A feeling of icy horror creeps over the audience as they recline in their chairs with their feet on the ledge in front of them, shielding themselves from the ghosts.

The small island of Antonio Bay is being engulfed in a consuming and rolling fog. The camera zooms out into a panoramic view of the terrible scene and a feeling of dread for all the poor souls stuck on the island settles in. But this exciting emotion is ripped from the hearts of the viewers once the dialogue begins.

Perhaps Rupert Wainwright, the director of the remade film “The Fog,” believed that extreme use of fog machines would hide the fact that the actors were not doing anything.

With an attractive cast including the hunky Tom Welling, Maggie Grace, Selma Blair and DeRay Davis, among others, you would expect something exciting to occur, or at the very least, get to enjoy the good eye candy displayed before you. But what you actually get is a group of good-looking people standing around spouting lines and showing little to no emotion. With fire and brimstone falling upon the inhabitants of a small fishing town, the only thing the characters do is run a bit and say, “watch out.”

“The Fog,” however, does have some redeeming qualities. The special effects and camera angles are actually pretty well-executed, especially for a horror movie. Wainwright makes good use of eerie and creaky noises, echoes of the ocean, loud unexpected banging and perfectly positioned lighting, which reveals just enough. The ghosts in the film resemble a cross between those in “Ghostbusters” and “Pirates of the Caribbean.”

Other effects include flashlights in the fog, tinkling hooks on the porch and wet dripping footprints on the ceiling. They serve to give a feeling of foreboding – allowing the viewer time to prepare for something bad to occur. But the muted noises before a terrifying scene made many of these scenes less scary, as the viewer has been forewarned by this cinematic technique.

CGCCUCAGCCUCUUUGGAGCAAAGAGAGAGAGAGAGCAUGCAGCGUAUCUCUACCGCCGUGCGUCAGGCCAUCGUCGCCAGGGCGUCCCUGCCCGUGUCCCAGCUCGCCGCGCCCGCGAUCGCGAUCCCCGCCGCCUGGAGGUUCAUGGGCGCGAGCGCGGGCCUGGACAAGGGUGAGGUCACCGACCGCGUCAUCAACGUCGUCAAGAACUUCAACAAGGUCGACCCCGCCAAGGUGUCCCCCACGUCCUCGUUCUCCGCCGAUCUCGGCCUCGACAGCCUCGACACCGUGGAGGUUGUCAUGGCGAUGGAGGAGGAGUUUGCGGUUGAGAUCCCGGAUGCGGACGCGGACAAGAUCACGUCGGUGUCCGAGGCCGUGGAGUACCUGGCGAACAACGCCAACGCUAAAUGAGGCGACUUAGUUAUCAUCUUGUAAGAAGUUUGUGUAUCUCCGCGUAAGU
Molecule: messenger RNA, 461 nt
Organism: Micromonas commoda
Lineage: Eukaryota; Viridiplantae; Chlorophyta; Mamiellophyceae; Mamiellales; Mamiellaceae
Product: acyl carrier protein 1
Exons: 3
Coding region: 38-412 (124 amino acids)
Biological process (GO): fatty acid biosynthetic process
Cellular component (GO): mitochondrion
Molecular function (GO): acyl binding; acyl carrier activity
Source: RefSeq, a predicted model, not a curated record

The few action moments – the destruction of glass and murder, which is interestingly depicted by circling the victim – are soon abandoned.

Comic relief comes in the form of Spooner, played by DeRay Davis. He drops comments such as “testicular telepathy” and throws a party with half-naked girls on a stolen boat. For those of you who enjoy raunchiness, you will like the certain parts of the film where the female characters, played by Grace and Blair, walk around in their underwear for no good reason. I, however, was confused as to why Grace was walking outside in approximately negative 50-degree weather with no pants on.

So, the cast is hot and the effects are cool, but why did I walk away from this movie with such a feeling of disappointment? Maybe it was because the film felt incomplete. Like all faithful films of the 21st century, there was a love triangle – however, the triangle and any sign of a relationship wasn’t effective because it was rarely addressed throughout the course of the film.

Does the film industry trade quality films for eye candy? Maybe they should just stop trying to remake films – especially those that were not originally well- received.

Whitman can be reached at cwhitman@campustimes.org.



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